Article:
Assange, Julian Paul
collaborative secrecycharacterizes institutions and that they can be disrupted by publicizing their internal secrets, he founded WikiLeaks in 2006. Its released information has included material on murders in Kenya and E Timor, Scientology, and the Guantánamo Bay prison camp, but the most notorious leaks are those that began in 2010 involving classified Pentagon materials on the Afghanistan and Iraq conflicts and classified U.S. State Dept. diplomatic traffic. The release of unedited material that reveals the names of (and thus endangers) confidential sources has been widely criticized. His 2010 arrest in England on Swedish sex-crime charges and the placement of financial and Internet restrictions on WikiLeaks led to cyber attacks by ostensible Assange supporters against websites associated with those actions; there also have been cyber attacks from unidentified quarters against WikiLeaks. After he lost his appeal of extradition to Sweden in the British courts, he sought refuge (2012) in Ecuador's London embassy while out on bail and was granted political asylum by Ecuador. In 2016, in what was widely regarded as an attempt to sabotage the presidential candidacy of Hillary Clinton, WikiLeaks released Democratic party materials reportedly stolen at the behest of the Russian government. Unable to proceed, Sweden dropped its investigation and extradition request in 2017, but Assange still faced arrest in Britain for violating his bail and possible extradition to the United States. Ecuador subsequently granted him citizenship and unsuccessfully sought diplomatic status for him. In 2019 Ecuador accused him of violating the terms of his asylum and revoked it and withdrew his citizenship. He was arrested and convicted of violating the terms of his bail, and the United States sought to extradite him, charging he had aided the break-in of a classified government computer and subsequently charging him with obtaining and publishing classified documents. Sweden also reopened the case against him, but closed it late in 2019 for insufficient evidence. The controversial Assange is considered by some a criminal endangering both governments and individuals and by others a hero devoted to revealing vital hidden truths.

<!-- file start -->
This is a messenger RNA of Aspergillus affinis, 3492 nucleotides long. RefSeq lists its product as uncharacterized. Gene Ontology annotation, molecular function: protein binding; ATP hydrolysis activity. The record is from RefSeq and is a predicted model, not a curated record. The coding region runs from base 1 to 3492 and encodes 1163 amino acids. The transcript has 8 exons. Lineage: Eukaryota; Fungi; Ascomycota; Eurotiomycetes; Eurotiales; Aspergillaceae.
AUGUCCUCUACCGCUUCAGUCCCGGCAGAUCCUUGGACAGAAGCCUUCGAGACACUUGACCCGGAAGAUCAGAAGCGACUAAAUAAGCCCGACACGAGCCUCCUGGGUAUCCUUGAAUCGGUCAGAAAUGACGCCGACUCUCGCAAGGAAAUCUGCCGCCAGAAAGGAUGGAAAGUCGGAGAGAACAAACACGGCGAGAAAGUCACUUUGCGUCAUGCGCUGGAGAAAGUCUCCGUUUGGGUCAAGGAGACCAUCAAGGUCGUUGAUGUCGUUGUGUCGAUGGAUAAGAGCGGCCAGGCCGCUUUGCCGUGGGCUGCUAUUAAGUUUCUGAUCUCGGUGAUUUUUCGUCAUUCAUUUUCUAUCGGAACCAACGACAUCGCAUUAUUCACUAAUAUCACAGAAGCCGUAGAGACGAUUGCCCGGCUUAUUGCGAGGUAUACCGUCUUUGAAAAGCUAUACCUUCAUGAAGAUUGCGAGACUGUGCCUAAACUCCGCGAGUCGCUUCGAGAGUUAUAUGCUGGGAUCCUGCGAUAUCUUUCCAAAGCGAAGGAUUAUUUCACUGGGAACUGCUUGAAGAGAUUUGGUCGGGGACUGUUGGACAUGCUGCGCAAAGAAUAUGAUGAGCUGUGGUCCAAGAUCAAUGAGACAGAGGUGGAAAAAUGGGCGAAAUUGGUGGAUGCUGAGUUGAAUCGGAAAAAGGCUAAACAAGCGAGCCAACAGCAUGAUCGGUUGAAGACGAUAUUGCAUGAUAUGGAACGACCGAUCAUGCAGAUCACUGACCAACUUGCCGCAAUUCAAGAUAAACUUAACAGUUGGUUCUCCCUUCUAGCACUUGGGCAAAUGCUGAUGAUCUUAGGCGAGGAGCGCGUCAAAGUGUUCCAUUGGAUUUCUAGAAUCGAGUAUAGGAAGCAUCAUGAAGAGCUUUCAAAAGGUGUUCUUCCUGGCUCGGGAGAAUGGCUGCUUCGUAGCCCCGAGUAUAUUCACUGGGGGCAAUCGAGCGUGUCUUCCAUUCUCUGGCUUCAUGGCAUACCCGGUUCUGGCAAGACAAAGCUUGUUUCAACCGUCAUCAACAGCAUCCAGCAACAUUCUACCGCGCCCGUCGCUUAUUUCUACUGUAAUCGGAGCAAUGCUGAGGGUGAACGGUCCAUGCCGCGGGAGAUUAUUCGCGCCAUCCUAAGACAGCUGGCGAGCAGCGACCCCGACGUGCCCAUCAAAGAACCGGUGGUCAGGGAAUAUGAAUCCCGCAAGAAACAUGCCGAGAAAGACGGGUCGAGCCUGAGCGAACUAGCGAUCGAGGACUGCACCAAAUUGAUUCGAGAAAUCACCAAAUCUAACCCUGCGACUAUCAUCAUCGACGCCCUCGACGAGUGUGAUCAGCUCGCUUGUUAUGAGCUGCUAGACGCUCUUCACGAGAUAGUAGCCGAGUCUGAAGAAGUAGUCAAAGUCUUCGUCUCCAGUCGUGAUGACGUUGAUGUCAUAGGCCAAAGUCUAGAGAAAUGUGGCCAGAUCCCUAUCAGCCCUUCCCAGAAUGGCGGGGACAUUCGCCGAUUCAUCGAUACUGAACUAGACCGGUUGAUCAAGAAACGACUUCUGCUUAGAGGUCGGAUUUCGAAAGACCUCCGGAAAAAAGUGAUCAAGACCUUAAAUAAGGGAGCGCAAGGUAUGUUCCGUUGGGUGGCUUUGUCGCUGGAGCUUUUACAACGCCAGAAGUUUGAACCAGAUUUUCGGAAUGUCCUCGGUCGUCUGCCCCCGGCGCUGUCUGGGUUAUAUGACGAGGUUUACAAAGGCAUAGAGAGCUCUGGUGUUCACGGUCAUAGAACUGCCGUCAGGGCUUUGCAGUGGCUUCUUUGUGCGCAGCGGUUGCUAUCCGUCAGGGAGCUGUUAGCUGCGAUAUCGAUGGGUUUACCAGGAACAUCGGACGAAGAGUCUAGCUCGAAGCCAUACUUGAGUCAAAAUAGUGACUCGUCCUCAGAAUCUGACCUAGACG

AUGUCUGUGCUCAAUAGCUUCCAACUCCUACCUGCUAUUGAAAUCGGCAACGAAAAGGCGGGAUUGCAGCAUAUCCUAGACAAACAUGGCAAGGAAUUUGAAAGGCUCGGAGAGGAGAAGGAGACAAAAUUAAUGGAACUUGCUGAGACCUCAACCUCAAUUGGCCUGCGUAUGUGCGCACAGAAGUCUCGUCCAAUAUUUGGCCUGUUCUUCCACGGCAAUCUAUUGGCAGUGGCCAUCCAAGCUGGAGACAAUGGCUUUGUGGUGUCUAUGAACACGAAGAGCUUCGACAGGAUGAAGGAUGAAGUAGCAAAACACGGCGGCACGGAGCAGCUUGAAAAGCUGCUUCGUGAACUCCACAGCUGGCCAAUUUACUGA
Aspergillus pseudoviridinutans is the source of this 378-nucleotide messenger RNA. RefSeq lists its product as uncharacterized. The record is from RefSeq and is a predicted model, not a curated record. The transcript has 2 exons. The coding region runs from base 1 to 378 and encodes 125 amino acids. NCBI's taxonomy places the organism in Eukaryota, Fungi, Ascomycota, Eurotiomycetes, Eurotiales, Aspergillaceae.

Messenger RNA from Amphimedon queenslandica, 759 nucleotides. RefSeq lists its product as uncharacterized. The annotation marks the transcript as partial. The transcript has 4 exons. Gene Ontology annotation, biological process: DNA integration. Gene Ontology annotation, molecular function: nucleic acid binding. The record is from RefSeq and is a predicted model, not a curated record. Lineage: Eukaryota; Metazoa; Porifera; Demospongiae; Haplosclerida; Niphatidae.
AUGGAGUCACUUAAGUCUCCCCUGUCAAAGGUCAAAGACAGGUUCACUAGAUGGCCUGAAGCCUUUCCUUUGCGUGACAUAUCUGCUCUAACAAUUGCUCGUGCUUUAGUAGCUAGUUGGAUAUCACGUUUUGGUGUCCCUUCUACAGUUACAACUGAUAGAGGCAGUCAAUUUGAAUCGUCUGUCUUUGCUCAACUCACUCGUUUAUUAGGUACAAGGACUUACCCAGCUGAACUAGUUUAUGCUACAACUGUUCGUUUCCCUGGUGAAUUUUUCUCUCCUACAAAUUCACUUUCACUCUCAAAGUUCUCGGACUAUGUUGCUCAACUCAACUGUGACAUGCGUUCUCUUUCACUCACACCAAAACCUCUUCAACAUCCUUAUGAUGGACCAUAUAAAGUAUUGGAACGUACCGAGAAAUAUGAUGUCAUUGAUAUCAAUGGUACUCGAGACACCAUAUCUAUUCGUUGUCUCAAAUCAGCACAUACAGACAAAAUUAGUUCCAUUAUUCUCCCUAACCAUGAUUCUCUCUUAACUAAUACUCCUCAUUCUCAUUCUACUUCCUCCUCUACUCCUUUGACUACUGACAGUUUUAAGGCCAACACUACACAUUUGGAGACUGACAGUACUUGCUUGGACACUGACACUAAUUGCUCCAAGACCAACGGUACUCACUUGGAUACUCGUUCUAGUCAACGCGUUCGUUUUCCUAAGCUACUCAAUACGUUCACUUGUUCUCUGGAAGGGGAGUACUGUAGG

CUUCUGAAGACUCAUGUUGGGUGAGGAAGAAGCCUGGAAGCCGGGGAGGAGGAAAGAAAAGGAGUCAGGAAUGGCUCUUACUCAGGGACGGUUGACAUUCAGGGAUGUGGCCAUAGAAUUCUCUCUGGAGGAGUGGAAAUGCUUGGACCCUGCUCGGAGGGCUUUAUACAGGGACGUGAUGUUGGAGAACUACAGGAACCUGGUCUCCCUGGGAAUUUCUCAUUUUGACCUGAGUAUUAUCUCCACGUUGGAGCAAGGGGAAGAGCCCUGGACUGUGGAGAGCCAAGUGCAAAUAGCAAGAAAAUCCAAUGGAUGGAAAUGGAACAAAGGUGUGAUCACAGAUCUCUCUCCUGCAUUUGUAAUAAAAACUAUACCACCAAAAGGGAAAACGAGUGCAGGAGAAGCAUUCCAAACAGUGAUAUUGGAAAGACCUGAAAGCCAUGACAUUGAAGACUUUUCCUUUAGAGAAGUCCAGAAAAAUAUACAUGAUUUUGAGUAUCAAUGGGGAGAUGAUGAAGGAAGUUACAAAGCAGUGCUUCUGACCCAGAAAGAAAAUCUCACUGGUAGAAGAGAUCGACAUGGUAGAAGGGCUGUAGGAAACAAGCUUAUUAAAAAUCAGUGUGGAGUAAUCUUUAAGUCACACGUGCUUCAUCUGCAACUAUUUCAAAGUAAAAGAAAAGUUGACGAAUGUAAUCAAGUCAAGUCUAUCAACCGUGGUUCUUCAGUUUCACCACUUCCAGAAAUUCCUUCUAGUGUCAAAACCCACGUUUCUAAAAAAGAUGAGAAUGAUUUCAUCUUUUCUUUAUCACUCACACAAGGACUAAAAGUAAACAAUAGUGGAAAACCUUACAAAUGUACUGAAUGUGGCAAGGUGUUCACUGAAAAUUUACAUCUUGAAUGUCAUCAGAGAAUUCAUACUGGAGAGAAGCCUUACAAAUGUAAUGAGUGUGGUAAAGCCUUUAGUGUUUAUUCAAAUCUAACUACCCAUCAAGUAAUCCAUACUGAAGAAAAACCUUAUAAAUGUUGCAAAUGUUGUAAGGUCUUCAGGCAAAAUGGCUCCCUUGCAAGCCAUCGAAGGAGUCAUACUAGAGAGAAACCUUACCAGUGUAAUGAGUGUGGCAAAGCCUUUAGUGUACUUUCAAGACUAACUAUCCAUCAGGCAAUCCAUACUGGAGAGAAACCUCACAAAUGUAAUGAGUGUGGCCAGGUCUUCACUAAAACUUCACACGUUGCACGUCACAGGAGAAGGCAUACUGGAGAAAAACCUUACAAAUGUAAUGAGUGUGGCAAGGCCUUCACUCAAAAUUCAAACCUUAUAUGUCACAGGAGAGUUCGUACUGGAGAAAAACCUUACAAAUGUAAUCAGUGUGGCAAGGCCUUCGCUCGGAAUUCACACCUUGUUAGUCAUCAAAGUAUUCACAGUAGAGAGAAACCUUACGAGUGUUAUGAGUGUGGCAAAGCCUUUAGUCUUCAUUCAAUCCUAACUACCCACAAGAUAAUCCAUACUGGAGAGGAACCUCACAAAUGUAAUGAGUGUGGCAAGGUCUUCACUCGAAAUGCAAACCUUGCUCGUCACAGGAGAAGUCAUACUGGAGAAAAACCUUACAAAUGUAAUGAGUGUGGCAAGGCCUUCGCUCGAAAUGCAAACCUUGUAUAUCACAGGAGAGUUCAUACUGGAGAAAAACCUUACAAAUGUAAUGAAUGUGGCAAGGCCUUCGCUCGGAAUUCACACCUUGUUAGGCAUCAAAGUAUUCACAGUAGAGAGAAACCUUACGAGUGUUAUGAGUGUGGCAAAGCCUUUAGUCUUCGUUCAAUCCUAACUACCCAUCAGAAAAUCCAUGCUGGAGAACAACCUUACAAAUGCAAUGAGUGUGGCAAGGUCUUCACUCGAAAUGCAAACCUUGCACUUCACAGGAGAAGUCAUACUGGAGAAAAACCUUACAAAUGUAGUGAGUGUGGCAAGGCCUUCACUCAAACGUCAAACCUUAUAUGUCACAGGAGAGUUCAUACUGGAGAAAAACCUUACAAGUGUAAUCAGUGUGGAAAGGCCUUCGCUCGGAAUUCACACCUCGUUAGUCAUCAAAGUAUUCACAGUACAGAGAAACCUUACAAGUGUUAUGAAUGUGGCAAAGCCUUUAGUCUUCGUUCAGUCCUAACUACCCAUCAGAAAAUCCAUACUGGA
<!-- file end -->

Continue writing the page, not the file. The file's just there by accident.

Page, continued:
See studies by D. Domscheit-Berg (2011), D. Leigh and L. Harding (2011), and G. Mitchell (2011).
The Columbia Electronic Encyclopedia, 6th ed. Copyright © 2012, Columbia University Press. All rights reserved.
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